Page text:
In 1847 as a famine created by both climate and man was unleashing death and destruction across Ireland, a group of charitable people across the Atlantic ocean raised money for those affected. They raised 170dollars and these people who managed to raise such a considerable amount of money were themselves without any prosperity but gave what they had because they knew the hardships famine and opression brought, they were Native Americans of the Choctaw Nation.
Only a decade before this charitable gesture took place, Choctaw Indians and several other indigenous tribes found their land and livelihood at the mercy of settlers. They were forced from their ancestral homes by unfair treaties designed to wipe out their way of life and had to walk the infamous Trail of Tears to survive. Like the Irish who centuries before were told by Oliver Cromwell ‘to go to hell or to Connacht’ , America’s native tribes had their land taken by settlers and the once thriving tribes of America were reduced by disease and malnutrition.
Considering the generous attitude of the Choctaw tribe towards the plight of the Irish, the man who over saw what can only be termed as a genocide of indigenous people, was a son of Irish immigrants. Andrew Jackson was the 7th president of the United States who signed off on the Indian Removal Act that triggered resettlement treaties which saw a whole generation of Native Americans banished off their furtile land.
In March 1847 the Indian government agent Colonel William Armstrong was in Oklahoma where he informed the Choctaw Indians about the famine in Ireland. He showed them newspapers and letters describing the horrors unfolding in towns and villages from Cork to Donegal.
Mass graves full of unidentified people who succumbed to starvation and disease were a common feature in many counties across Ireland. The British authority sent those looking for assistance to the dreaded workhouses where typhus and cholera ruled the day. Landlords evicted with no qualms those unable to pay rent. Tenants lucky enough to have a sympathetic landlord would see him pay for their passage to the other side of the world. Crops that did not fall victim to blight were exported overseas while corpses piled up on roadways up and down the country. Grain, wheat and oats left ports in Ireland while starving people resorted to eating grass. Victims were easily identifiable with the green grass stains around their mouths and the hollow expression of hopelessness etched on their sunken faces. The potatos blight was caused by climate but the famine was a man-made act of extermination.
With memories of their own hardships still fresh in mind, the Choctaw Nation raised money to help the Irish and gave it to the Society of Friends who then sent it to the famine revedged land. They labeled it as charity from ‘The western wilderness of the western hemisphere.’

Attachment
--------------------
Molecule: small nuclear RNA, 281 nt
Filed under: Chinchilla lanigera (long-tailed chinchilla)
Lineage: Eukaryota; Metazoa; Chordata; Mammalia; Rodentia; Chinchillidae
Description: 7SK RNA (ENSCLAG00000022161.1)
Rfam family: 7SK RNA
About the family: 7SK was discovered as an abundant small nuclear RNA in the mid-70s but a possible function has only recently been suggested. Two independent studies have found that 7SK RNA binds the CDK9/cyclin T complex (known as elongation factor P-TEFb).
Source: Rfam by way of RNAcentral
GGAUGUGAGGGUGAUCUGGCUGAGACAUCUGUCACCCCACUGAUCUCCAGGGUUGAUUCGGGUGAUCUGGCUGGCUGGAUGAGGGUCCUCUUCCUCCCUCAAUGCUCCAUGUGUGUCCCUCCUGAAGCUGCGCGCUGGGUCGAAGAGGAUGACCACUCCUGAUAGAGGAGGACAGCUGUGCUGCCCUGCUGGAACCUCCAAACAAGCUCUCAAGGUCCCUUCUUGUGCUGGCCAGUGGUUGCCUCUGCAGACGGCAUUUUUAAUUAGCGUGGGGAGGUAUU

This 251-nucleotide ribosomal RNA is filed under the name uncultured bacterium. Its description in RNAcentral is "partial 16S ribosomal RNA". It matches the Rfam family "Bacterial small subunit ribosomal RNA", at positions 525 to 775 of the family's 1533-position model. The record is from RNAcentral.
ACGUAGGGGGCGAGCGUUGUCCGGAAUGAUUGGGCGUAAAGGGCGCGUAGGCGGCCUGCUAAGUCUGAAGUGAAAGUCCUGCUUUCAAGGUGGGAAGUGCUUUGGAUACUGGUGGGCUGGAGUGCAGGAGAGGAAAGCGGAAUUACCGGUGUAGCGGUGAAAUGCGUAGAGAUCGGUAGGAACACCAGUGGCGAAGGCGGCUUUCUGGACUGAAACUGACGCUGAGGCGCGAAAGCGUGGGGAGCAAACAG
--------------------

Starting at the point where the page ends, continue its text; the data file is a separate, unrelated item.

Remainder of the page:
The kindness of the Native Americans to the Irish during Black ’47 has been commemorated over the years in various ways. A large and most impressive stainless steel monument of Indian feathers called ‘Kindred Spirits’ by the artist Alex Pentek was unveiled last year in County Cork. Former Irish Preisdent Mary Robinson was made an honoury Choctow chief while in 1990 Choctaw leaders arrived in county Mayo to walk in the footsteps of those who perished on its roads while seeking relief from famine.
The cruel oppression of the 19th century may be consigned to the history books here in Ireland but for many Native Americans today, it seems like their status as an oppressed people continues.
This Summer saw The Standing Rock reservation in North Dakota put under the strain of so called progress. Standing Rock has been part of the Great Sioux Nation since 1873 but this year building began on a pipeline running through its land from oil fields in North West Dakota to Southern Illinois. Members of the Sioux tribe strongly protested against the pipeline as the only water supply in the reservation is severely threatened, not to mention the destruction it will being to sacred sites there.
Peaceful protests against the pipeline have been met with utter brutality. Tear gas and attack dogs have been used against protesters. There have also been rubber bullets shot at them while a number arrested have been subjected to humiliating strip searches and to this day the Indian reservation at Standing Rock continues to be a place that harkens back to the years when infrastructure such as railroads ripped through the lands of Native Americans.
Unlike the 19th century when news of Ireland’s plight managed to make an impact on those indigenous people in the U.S, today their plight at North Dakota’s Standing Rock reservation has failed to ignite any interest on this side of the Atlantic ocean and it is sadly frustrating to see in the 21st century our ‘Kindred spirits’ still being railroaded in the name of progress.